At this point, the doctors are saying she has a rare disorder called bronchiolitis obliterans organizing pneumonia (BOOP). Given her history of prematurity, a much more serious disorder called bronchiolitis obliterans, which is linked to the use of ventilators (mechanical breathing machines) in some premature infants, may also be the cause. Both conditions are rare, but BOOP is reversible in many cases. Bronchiolitis obliterans is not reversible, and severe cases often require a lung transplant. Randi is unable to withstand the side effects of steroids, which are used to arrest or reverse the inflammation that results in bronchitis and pneumonia. Steroid use resulted in what Randi calls a pseudo-tumor that pressed against her optic nerve and caused permanent blindness in one eye. To reduce the pressure from the inflammation in her brain, doctors had to put in a shunt to drain the cerebro-spinal fluid, one of several complications resulting in numerous emergency surgeries and hospitalizations in the past year.
Whether Randi is one whose BOOP is not amenable to conventional treatment or she has the more serious bronchiolitis obliterans, her doctors are recommending a lung transplant. Because of her current compromised condition – symptoms of pneumonia, elevated temperature and immune deficiency – the doctors have prescribed a drug called immunoglobulin to improve her immune system functions in anticipation of a lung transplant. Unfortunately, her insurance company consistently delays its approval of each administration of this drug so that there is too much time between treatments. Without a timely repetition of immunoglobulin therapy, there can be no cumulative beneficial effects.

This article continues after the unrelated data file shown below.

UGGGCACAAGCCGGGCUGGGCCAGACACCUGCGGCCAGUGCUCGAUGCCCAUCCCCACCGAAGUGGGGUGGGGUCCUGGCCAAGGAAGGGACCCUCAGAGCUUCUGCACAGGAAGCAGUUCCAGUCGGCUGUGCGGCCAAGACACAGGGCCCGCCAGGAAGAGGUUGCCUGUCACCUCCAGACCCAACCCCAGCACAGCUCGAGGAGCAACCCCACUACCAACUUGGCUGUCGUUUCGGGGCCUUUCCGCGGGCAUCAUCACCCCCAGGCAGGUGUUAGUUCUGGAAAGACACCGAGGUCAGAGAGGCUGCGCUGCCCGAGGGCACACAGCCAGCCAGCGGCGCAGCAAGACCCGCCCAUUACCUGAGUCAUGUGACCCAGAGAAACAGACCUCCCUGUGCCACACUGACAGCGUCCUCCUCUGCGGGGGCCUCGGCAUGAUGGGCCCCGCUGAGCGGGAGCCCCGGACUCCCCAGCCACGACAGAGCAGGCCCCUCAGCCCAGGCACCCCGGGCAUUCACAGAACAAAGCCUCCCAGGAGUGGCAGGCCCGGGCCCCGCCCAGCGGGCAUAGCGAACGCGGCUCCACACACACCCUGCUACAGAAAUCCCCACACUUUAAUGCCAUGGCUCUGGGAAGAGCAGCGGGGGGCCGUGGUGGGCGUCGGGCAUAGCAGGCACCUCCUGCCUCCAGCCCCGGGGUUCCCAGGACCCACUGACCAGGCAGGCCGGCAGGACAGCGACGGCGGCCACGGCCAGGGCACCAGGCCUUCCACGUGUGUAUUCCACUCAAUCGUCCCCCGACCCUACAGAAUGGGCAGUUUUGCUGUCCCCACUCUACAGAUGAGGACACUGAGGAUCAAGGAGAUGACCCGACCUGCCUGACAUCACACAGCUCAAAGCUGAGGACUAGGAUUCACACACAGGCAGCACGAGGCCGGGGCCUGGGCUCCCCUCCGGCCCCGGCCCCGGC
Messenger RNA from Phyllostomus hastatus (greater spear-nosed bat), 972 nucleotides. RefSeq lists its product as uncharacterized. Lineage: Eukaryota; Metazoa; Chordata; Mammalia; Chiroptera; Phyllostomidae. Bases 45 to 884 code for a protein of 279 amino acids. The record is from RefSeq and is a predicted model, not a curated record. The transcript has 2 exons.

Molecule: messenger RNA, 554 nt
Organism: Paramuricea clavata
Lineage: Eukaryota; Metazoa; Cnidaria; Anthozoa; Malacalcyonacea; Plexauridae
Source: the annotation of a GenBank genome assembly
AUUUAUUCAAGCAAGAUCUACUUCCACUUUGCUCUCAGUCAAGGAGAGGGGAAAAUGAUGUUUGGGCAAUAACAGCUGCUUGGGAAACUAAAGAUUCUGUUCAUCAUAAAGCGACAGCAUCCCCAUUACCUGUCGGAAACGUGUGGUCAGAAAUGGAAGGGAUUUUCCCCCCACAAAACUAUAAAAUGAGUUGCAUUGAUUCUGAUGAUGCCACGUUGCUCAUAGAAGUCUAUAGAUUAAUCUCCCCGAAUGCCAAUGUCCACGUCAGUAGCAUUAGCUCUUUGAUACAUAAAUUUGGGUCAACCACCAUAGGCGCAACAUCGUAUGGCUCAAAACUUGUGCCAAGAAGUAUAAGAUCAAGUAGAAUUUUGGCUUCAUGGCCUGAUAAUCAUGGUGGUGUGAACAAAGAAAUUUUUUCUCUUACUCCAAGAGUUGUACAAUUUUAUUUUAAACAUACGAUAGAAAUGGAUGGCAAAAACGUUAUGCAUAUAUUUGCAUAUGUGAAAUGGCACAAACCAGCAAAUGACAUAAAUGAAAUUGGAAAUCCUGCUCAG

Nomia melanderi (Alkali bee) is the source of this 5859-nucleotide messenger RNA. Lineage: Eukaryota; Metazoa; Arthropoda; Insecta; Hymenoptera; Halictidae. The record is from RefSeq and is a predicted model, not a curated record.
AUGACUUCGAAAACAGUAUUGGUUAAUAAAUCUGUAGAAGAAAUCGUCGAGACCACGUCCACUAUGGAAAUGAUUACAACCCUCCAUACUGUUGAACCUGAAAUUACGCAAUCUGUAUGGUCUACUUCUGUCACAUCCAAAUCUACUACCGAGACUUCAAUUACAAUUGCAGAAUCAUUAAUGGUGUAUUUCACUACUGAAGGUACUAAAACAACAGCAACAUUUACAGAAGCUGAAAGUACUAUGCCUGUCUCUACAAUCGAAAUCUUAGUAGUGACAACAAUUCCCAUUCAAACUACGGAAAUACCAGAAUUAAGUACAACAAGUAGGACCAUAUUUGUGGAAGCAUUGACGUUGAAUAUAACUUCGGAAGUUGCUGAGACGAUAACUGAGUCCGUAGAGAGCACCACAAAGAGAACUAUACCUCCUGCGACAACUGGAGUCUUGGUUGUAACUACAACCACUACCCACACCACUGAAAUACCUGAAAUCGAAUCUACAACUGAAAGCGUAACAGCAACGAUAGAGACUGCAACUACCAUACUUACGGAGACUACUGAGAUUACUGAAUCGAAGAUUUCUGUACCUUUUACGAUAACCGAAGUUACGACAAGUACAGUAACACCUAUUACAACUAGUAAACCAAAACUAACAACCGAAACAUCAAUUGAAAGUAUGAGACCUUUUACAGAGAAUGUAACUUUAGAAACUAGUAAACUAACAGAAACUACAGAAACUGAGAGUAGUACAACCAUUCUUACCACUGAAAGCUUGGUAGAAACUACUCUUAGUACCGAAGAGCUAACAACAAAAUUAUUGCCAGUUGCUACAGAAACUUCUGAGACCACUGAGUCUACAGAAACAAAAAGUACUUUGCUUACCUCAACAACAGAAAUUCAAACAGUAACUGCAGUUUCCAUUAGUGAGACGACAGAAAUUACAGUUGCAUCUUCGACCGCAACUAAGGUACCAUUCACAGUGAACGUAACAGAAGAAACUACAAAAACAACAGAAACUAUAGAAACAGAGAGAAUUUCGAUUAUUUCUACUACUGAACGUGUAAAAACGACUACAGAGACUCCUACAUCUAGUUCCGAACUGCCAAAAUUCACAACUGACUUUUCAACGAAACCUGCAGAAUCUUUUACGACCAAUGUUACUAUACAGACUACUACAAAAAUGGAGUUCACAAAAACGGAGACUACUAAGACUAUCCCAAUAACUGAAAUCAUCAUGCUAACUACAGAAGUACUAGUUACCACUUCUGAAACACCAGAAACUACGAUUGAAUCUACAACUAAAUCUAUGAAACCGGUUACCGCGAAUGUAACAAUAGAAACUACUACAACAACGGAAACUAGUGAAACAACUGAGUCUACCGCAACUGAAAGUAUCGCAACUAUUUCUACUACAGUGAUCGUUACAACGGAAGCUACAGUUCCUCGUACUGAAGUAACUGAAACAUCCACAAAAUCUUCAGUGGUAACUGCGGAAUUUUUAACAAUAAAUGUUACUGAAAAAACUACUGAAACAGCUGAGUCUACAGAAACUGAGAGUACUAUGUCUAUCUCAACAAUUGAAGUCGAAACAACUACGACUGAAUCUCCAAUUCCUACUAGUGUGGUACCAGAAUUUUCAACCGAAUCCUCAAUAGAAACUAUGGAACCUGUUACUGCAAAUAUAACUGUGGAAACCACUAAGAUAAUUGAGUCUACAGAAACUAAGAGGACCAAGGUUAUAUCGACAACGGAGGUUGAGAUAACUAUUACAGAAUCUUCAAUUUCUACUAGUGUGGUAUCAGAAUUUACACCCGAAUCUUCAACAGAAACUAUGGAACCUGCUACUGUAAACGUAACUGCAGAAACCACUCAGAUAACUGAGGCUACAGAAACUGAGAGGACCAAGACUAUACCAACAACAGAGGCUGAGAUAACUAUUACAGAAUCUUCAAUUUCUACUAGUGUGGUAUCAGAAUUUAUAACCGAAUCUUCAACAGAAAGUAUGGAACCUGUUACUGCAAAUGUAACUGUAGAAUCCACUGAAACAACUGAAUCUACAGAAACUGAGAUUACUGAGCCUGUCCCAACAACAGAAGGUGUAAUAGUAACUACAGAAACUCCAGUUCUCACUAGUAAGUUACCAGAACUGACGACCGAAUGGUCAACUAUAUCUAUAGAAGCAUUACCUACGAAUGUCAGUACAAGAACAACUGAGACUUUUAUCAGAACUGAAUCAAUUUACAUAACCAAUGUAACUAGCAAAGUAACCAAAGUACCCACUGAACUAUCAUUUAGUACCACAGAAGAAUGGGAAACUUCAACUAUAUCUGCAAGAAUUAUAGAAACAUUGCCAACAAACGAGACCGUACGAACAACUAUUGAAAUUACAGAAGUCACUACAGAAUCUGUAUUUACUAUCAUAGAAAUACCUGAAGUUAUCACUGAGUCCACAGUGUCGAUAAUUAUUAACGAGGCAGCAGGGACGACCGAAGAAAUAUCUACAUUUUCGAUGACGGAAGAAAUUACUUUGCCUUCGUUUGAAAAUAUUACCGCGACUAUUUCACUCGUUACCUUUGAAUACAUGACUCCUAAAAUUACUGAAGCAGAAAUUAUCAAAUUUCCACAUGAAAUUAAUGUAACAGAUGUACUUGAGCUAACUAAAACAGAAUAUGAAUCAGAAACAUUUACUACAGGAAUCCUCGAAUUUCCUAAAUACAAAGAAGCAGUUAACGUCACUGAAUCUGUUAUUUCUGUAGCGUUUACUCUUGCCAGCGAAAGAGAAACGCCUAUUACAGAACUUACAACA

To make clear what the insurance company is doing here, an analogy is required. We all know that we need to take antibiotics as prescribed by a doctor. Imagine a prescription that says “take one pill a day for 10 days.” Now imagine that an insurance company approves only one pill at a time and delays its approval of each pill for a month. The antibiotic would not work. By delaying approval of each immunoglobulin treatment, the insurance company renders the treatment ineffective.
Randi has almost no time left for an insurance company to engage in bureaucratic delays. Her life ought not to hinge on inefficiency or on delaying tactics. But apparently it does. How many people die each day in this country because of insurance delays is anyone’s guess.
It is clear that Randi has suffered with respiratory infections for many years. She has been diagnosed with a variety of respiratory infections, but only recently have doctors identified the underlying disorder causing these illnesses, namely BOOP (or even bronchiolitis obliterans).
As a friend, I pray for miracles. As a friend, I pray that doors and hearts will open and result in timely approval of any and all treatment that will help Randi survive this life-threatening illness.
Many others in this church community and I look to God for help and comfort in times like these. But we also know that we are God’s hands and feet. So I sit here writing about my friend Randi, knowing that God already hears us all, but also praying that someone in a position to help will soften the hearts of the bureaucrats and enable my friend to get well.
Harley Thompson lives in West Creek.